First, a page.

Live Nation: We Want In On Ticketmaster, StubHub

Live Nation (LYV) CEO Michael Rapino speaks at Goldman Sachs:

Benefits of Leaving IAC’s (IACI) Ticketmaster: We’ve been debating it all year. Ticketmaster is great but last year we produced over 10,000 shows and dealt with 40 million consumers, and we don’t even know their names. If we can access them directly there is huge benefit, and we think that we have the technical ability to do the ticketing. “If we can control that consumer” and sell them directly, we can get more out of each transaction. 

Scalpers/brokers/”aftermarket” for ticket sales: We’d love to be in that market, instead of ceding it to Ebay’s Stubhub and scalpers. Artists want to be in that business, too. Did some testing this summer with premium and VIP tickets. We want to sell each of the 20k seats at Madison Square Garden for maximum price — need to figure out what that is. Same dynamic pricing/yield management challenge that hotels, airlines, etc. have. Average consumer goes to 1.5 shows a year – it’s a special event so they’ll pay up.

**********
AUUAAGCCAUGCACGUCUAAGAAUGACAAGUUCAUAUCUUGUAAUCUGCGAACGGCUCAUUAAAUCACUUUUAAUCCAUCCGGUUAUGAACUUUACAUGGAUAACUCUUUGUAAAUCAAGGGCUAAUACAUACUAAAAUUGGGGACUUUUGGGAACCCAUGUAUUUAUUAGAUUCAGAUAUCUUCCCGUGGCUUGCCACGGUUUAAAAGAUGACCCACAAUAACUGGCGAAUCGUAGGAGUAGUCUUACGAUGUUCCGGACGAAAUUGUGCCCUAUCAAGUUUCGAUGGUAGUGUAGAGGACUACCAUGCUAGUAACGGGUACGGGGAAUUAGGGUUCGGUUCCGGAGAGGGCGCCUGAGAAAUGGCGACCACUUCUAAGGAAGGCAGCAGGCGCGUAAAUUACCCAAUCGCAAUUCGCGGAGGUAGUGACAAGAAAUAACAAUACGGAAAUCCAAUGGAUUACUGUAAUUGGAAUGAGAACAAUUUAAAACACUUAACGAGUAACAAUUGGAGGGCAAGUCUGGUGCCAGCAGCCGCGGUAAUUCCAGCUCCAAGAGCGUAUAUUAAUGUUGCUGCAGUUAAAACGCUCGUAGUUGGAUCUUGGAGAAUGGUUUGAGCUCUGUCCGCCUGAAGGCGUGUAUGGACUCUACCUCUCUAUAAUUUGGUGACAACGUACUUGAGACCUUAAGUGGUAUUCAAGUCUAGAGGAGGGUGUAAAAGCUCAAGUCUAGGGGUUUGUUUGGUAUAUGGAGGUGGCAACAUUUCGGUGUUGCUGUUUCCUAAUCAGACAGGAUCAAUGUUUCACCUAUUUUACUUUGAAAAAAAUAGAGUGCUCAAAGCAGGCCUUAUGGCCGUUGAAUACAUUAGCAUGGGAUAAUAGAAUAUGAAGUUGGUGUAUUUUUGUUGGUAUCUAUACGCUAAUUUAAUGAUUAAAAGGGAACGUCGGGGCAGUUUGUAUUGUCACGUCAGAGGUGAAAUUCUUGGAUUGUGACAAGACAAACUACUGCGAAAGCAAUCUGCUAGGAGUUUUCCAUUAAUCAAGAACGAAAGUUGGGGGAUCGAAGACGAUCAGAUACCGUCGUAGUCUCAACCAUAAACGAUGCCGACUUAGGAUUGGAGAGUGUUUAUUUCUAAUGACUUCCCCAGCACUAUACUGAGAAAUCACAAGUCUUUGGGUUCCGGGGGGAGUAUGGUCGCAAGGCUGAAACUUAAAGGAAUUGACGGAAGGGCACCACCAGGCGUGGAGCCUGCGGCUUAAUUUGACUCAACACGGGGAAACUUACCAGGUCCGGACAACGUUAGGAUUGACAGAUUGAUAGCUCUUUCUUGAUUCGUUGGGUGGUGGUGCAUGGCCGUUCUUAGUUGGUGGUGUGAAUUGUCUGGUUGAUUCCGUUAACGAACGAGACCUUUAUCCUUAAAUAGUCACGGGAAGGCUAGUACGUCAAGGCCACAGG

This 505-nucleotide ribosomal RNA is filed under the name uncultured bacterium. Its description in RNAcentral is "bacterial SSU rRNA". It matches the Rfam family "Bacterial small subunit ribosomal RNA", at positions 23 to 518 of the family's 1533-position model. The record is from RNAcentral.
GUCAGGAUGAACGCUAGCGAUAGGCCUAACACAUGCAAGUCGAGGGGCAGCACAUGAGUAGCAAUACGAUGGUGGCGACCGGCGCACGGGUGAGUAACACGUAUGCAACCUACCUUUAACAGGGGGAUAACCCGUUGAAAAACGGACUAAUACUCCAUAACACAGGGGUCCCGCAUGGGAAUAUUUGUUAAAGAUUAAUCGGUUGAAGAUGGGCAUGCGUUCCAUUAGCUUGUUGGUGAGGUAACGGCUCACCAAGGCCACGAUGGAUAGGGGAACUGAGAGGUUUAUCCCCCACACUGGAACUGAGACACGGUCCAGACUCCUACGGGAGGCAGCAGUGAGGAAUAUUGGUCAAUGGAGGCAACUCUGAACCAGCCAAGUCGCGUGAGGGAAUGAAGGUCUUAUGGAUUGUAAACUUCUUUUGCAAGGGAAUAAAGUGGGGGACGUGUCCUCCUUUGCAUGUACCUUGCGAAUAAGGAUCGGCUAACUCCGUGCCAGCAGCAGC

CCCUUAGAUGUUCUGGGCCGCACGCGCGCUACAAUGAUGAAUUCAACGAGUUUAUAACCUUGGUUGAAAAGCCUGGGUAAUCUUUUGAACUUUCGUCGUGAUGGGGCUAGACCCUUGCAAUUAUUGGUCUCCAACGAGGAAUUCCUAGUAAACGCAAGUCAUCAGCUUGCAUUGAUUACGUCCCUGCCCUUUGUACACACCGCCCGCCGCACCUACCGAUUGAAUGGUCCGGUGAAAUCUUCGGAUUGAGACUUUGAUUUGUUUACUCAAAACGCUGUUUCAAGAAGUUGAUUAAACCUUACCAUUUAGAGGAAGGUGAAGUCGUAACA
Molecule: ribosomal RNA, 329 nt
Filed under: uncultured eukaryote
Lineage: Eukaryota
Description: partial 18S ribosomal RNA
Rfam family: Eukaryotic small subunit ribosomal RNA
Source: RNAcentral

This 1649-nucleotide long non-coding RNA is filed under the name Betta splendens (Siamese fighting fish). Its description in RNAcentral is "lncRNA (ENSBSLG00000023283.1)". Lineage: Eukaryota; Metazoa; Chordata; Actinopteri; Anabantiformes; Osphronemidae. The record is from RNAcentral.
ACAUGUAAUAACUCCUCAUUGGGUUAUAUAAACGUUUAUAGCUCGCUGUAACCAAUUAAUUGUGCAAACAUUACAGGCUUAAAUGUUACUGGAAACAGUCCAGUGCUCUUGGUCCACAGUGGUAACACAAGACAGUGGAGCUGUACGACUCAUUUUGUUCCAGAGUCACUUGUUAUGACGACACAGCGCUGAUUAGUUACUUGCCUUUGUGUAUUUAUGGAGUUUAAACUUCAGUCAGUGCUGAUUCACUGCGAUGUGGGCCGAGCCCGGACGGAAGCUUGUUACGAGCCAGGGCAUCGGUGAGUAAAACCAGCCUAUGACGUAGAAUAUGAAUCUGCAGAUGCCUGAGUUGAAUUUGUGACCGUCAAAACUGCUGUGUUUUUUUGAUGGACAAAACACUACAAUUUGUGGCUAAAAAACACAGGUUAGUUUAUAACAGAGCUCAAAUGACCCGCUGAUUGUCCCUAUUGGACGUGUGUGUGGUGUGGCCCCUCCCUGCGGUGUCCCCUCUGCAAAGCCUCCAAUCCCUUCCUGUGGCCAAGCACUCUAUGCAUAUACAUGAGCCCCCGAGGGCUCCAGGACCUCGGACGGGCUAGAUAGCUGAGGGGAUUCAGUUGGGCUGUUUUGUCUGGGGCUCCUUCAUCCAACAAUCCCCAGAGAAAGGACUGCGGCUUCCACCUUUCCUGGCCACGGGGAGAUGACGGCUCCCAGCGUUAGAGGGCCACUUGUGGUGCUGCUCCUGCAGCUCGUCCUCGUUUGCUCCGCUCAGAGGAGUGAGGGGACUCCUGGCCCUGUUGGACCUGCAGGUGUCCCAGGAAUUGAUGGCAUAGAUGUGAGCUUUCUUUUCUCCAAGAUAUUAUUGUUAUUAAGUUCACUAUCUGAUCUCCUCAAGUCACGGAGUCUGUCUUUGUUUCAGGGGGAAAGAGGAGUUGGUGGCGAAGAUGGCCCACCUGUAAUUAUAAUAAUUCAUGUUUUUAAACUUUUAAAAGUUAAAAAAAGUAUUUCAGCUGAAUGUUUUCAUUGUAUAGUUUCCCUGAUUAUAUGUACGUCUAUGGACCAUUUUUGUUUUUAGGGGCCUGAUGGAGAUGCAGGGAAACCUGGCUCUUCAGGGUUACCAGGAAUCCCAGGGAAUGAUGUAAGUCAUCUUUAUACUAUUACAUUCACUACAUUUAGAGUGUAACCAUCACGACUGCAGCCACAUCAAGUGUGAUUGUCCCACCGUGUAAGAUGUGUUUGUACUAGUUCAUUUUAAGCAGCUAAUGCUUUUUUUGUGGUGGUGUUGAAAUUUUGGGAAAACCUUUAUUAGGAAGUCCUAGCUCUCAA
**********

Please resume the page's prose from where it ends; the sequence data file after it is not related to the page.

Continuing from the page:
Will Music Labels Get Into Concert Business? Will You Get Into Music Sales? Everybody wants to be in the live business for some reason now. But our business isn’t easy. $3 billion in assets. Lots of work, low margin. Not a lot of upside. Can we add additional revenue streams? Maybe: Now concert business most valuable while CDs are the commodity. For big artists who can sell tickets, “we are the best business partners they can find.”

Artists love us! We are giving out $1.5 billion to 1,300 artists a year. Artists get paid “with a bag of money” every night after their show. There’s no debate about accounting — unlike music sales, where dollars can take years to flow in after sale (if ever).

On rumoured “Madonna Leaves Warner Music, Signs With Live Nation” Deal. Won’t address it head on. But coyly says he understands why artists might want to work directly with him.